“I know how the script reads, this is what it’s going to feel like though, because it needs to feel like Cassie feels,” Fennell said. “It needs to feel soft and pink and inviting and sweet and innocuous. And then it’s going to, as Cassie says, going to be ‘a real kick in the cunt.'” She added with a laugh, “I was amazed they let us say that.”
“In every facet of this film, when it comes to the music, when it comes to the costumes, when it comes to the art direction, the cinematography, it was always, this needs to feel safe. It needs to feel fun until it isn’t, and that’s it,” she said. “Always it’s approximating Cassie’s interior life, but it’s also the feeling that so many people have, which is, oh, this is fun. And then it’s not fucking fun anymore. In many ways, it’s Cassie’s story, but it’s also an allegory, it is supposed to come at you.”
Fennell is relying on her audience thinking they know where it’s all going, exactly how Cassie might exact her final revenge, when the cycle will end, the happy ending that ties all that pain and glitter up. That’s the point. “It was important that we as an audience are rooting for the very thing that she’s trying to stave off,” Fennell said. “So much of it is trying to make all of us watching it complicit in what our culture and our society does, which is say, ‘Forget about it. Look how easy it would be.'”
The final twist: it’s not that easy, certainly not for Cassie, who has spent so many years doing the hard thing, the worst thing, the painful thing, that it can really only end in one way.
“We talked a lot about the cycle of addiction, and that she’s always on this spiral,” Fennell said. “She’s either feeling terrible, building up, building up, building up to letting off some steam and then she lets off steam and that’s going to these nightclubs and then she feels better and amazing and fucking brilliant. Then there’s the come down and the horror and the self-loathing. And of course, all of these cycles, generally they go in one direction.”
A few months before Fennell debuted the film at Sundance, she and her producers set up a test screening to gauge the reactions of a wide audience. They gathered a diverse bunch, crafting a group of early watchers that included all ages, genders, and races. Fennell quietly tucked herself into the theater’s back row to watch. And then things got a little wild.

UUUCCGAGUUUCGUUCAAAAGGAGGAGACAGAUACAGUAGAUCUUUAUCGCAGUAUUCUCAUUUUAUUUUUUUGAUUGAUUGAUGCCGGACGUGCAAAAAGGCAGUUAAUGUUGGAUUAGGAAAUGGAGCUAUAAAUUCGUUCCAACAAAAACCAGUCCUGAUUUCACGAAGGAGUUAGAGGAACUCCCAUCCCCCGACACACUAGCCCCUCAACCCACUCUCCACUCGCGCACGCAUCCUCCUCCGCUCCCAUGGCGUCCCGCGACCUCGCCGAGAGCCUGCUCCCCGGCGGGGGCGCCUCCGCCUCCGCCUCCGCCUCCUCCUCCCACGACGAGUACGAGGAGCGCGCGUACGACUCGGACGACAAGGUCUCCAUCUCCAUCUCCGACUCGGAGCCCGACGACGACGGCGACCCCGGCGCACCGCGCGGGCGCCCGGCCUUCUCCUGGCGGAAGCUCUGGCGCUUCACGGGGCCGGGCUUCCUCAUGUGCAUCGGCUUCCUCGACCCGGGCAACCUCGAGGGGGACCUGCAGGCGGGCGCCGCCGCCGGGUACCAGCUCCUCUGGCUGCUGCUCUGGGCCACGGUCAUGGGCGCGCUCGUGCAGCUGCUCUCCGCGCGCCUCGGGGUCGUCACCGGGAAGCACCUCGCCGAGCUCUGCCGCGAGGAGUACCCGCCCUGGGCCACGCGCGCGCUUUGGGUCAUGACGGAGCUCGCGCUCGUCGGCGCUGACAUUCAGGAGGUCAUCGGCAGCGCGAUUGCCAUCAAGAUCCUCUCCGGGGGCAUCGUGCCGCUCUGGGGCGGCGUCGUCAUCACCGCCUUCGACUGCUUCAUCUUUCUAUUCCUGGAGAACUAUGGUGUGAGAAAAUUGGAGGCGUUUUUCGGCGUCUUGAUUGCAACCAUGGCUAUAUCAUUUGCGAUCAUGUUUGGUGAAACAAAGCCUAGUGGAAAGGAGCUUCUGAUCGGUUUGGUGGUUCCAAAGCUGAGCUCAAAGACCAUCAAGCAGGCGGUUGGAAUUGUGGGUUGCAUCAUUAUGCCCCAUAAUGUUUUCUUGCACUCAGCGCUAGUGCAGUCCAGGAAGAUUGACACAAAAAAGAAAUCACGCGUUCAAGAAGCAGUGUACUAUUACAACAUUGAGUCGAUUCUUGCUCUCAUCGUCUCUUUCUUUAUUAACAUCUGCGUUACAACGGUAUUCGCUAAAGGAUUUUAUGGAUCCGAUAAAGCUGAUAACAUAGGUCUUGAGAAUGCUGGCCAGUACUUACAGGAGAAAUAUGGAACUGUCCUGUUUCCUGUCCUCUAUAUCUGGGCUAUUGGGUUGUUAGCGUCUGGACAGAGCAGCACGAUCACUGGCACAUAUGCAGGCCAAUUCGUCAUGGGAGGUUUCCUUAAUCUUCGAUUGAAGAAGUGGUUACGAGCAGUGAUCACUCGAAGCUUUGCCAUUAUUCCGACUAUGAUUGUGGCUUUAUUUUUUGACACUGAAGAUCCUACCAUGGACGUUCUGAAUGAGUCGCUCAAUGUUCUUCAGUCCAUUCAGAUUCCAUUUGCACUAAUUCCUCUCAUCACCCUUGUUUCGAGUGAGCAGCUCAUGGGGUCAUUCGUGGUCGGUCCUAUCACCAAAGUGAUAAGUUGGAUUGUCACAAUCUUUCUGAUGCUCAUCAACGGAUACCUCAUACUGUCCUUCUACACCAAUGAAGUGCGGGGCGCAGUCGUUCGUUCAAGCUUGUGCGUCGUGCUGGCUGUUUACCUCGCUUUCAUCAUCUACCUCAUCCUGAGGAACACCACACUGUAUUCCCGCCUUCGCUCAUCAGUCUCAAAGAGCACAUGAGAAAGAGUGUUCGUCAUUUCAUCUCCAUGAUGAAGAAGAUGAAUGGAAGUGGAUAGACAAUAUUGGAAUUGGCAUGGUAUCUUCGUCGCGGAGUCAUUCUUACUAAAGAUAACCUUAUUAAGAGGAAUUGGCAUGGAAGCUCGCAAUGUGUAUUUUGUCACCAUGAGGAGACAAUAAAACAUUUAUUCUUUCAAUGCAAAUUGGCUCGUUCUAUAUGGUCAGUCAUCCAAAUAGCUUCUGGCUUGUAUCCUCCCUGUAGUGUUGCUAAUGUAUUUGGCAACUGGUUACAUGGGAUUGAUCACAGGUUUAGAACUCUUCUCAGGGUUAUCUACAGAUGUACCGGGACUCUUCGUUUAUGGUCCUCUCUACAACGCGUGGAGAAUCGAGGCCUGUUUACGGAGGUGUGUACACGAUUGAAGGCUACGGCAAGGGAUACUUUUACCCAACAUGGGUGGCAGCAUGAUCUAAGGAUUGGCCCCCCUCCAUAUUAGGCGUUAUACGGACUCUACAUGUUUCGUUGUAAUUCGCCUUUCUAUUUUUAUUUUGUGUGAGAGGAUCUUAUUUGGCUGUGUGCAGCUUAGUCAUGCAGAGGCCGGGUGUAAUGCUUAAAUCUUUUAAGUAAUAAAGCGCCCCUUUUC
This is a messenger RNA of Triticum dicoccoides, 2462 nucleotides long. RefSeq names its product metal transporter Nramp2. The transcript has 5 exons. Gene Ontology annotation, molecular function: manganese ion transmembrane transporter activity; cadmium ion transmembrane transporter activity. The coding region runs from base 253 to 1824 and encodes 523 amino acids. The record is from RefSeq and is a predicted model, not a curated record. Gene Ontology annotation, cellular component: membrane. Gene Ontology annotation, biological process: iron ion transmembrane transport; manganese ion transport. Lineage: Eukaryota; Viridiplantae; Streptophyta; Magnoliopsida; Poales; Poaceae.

“During one of the scenes, a fight started between two audience members,” she said. “My producer told me afterwards it was that one person was very angry about a scene, and the other person was saying, ‘Well, if you don’t like it, you don’t have to watch it,’ or ‘If you don’t like it, you can leave’ or ‘If you didn’t like it, you can sit down.’ It was quite visceral and that was quite shocking because obviously I wanted to make a film that was thought-provoking that people talk about, but I wasn’t expecting that.”
Nearly a year on from the film’s lauded debut at Sundance, Fennell said she’s still trying to let go of all the reactions, the good ones and the bad ones and the ones that might push people to scream at a total stranger in a movie theater.
“What I’ve been trying to do this year is really detach myself from it and just say I made the thing that I wanted to make and was lucky enough to do that,” she said. “It was close to the thing as I’d hoped it would be. Some people won’t like it, or some people will disagree with parts of it, but that’s okay. If you don’t want people to have a reaction at all, you make a different kind of film. I wanted to make a film that meant something to me and meant something to other people.”
The film, once set for a spring release from Focus Features, will now arrive in limited domestic theaters on Christmas Day, an amusing bit of programming that Mulligan recently told IndieWire she thinks is “so perfect,” though Fennell is even more jazzed about the film’s UK date: Valentine’s Day.
“It feels like something you want to talk about,” Fennell said. “Obviously in the dream world, and for all sorts of reasons, this year would have been different, and more movies would be able to be in movie theaters. But even if they’re not, just the idea of people having heated discussions over their turkey about something that’s important,” she paused to laugh, then added. “Well, it’s not quite as trolling as much as Valentine’s Day. I think Valentine’s Day is a sensational time for it to come out.”
Focus Features will release “Promising Young Woman” in select theaters on Friday, December 25.